Something amazing happened to me yesterday. My car broke down.
That’s not the amazing part, that’s the beginning of the story. I pulled out of my driveway and the gear shaft knob broke off in my hand. I was in drive but could not put my car into reverse or park. I could switch it to neutral, but that was about it.
Normally I’m not so frettish, but Covid has made me emotionally more fragile, because everything has become more of a hassle and nothing seems to work the way it should. I also had an appointment later that day that I could not reschedule, and now I was worried about missing it.
So as I started slowly driving to my mechanic, I found myself complaining to God. Why, I asked Him, was He allowing this to happen to me? Wasn’t I dealing with enough burdens?
I interspersed these with prayers begging for my mechanic to be open. After all, many businesses had shortened or cancelled days thanks to the pandemic.
So I was worried about whether the mechanic would be open, how long it would take to fix a car I needed for transportation, and of course there was the financial aspect…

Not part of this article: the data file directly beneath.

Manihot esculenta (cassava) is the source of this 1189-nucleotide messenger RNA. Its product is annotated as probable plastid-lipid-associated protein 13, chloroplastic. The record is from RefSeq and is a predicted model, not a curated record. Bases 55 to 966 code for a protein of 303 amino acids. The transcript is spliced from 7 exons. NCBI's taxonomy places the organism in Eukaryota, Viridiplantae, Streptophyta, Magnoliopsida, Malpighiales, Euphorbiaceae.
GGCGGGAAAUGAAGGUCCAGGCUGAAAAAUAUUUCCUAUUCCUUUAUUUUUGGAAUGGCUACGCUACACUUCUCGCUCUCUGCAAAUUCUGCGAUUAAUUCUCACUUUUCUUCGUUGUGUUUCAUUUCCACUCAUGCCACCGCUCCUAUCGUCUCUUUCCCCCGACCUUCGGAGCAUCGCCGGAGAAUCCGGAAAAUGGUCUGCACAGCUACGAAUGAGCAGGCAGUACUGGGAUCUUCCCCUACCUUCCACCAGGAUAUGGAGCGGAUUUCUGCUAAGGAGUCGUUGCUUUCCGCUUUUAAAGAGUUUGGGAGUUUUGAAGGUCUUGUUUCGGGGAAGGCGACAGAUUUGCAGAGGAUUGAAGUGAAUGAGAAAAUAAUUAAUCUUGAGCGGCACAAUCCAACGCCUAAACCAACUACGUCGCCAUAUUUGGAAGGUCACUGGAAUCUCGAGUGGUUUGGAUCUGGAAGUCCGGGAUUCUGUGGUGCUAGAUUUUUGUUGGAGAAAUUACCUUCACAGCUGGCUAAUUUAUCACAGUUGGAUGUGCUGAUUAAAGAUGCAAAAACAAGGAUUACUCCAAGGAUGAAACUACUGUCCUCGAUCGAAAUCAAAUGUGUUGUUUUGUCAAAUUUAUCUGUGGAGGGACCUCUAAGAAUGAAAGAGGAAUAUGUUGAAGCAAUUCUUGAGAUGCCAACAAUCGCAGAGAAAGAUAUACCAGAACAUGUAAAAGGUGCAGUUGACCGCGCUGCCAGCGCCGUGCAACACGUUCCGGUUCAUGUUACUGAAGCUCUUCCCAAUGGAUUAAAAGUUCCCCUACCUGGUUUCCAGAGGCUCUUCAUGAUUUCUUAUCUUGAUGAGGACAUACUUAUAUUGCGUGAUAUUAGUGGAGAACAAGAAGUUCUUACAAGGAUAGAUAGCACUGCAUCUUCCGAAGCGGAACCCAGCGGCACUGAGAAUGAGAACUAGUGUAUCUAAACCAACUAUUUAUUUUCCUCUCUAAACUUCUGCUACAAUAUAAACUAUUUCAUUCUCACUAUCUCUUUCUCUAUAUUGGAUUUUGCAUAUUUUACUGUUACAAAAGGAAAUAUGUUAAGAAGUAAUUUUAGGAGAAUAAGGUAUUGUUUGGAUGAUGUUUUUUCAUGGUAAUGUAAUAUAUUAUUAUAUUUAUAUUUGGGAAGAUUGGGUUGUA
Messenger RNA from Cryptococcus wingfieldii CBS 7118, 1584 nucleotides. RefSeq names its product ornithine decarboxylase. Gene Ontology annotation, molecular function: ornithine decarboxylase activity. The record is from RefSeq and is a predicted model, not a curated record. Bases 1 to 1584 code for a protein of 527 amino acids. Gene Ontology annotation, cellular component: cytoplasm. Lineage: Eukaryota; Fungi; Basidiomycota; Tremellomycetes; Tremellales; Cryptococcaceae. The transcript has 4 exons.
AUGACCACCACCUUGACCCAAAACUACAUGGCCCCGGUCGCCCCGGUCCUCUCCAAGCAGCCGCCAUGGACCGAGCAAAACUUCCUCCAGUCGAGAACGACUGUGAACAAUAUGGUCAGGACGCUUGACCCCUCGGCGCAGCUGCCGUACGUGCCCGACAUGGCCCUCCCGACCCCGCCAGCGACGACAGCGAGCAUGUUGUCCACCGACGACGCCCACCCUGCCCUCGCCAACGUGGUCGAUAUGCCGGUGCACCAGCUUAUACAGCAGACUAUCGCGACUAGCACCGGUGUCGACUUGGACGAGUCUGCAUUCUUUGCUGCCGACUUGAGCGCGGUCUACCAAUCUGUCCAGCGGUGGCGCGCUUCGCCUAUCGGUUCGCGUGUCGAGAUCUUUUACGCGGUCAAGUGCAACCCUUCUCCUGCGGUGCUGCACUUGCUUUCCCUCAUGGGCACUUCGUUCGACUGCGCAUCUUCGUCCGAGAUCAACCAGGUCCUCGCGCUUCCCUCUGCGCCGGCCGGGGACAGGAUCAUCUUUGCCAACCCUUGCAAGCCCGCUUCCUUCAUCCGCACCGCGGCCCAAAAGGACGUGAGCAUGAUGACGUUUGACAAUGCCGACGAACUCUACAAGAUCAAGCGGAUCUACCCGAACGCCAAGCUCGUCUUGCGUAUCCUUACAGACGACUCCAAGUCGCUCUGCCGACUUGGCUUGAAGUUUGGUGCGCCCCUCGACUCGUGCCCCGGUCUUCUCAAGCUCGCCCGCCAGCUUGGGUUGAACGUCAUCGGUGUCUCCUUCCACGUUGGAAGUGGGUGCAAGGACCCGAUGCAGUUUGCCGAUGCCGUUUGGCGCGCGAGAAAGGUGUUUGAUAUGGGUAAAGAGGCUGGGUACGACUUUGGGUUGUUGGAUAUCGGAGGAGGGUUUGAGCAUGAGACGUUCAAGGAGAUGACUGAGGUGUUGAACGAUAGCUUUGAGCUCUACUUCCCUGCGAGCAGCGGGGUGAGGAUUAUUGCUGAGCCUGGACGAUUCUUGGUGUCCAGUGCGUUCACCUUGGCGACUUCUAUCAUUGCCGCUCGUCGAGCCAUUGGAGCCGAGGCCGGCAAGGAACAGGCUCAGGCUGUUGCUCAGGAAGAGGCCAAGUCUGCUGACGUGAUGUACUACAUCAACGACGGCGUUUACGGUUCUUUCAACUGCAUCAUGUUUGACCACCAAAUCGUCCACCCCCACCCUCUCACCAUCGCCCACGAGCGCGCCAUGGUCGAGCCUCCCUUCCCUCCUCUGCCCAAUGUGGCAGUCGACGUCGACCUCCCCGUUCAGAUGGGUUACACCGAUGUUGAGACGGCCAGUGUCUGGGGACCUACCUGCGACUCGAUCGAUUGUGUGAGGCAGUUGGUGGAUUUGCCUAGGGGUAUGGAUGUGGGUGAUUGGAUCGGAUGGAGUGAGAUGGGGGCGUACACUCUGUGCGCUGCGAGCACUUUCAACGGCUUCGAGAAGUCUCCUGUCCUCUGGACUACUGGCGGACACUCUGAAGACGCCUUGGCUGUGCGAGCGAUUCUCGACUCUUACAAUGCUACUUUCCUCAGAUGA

Lo and behold, my mechanic was open. When I frantically ran into the shop, they calmed me down and took care of everything.
A person was sent out to get my parts right away. I over heard the owner calling in the order for the parts, and directing the store to only provide the pieces that were broken, not the whole assembly, so they could minimize my cost.
At one point, I mentioned I was hungry, and was there a place I could walk to to get a sandwich?
The owner responded, “We ordered pizza for lunch. Why don’t I warm some up for you?”
As I finished my meal, they finished fixing my car. The bill was a lot less than I had feared.
I was so grateful.
When I got home, I called to thank them again. The owner said, “Shefali, you looked so frazzled when you came in, we had to take care of you. We’re so glad we made your day better.”
I felt humbled. I thanked God for showing me that yes, even during a pandemic, kindness exists and people look after each other.
This post was previously published on medium.com.
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Photo credit: Artem Beliaikin on Unsplash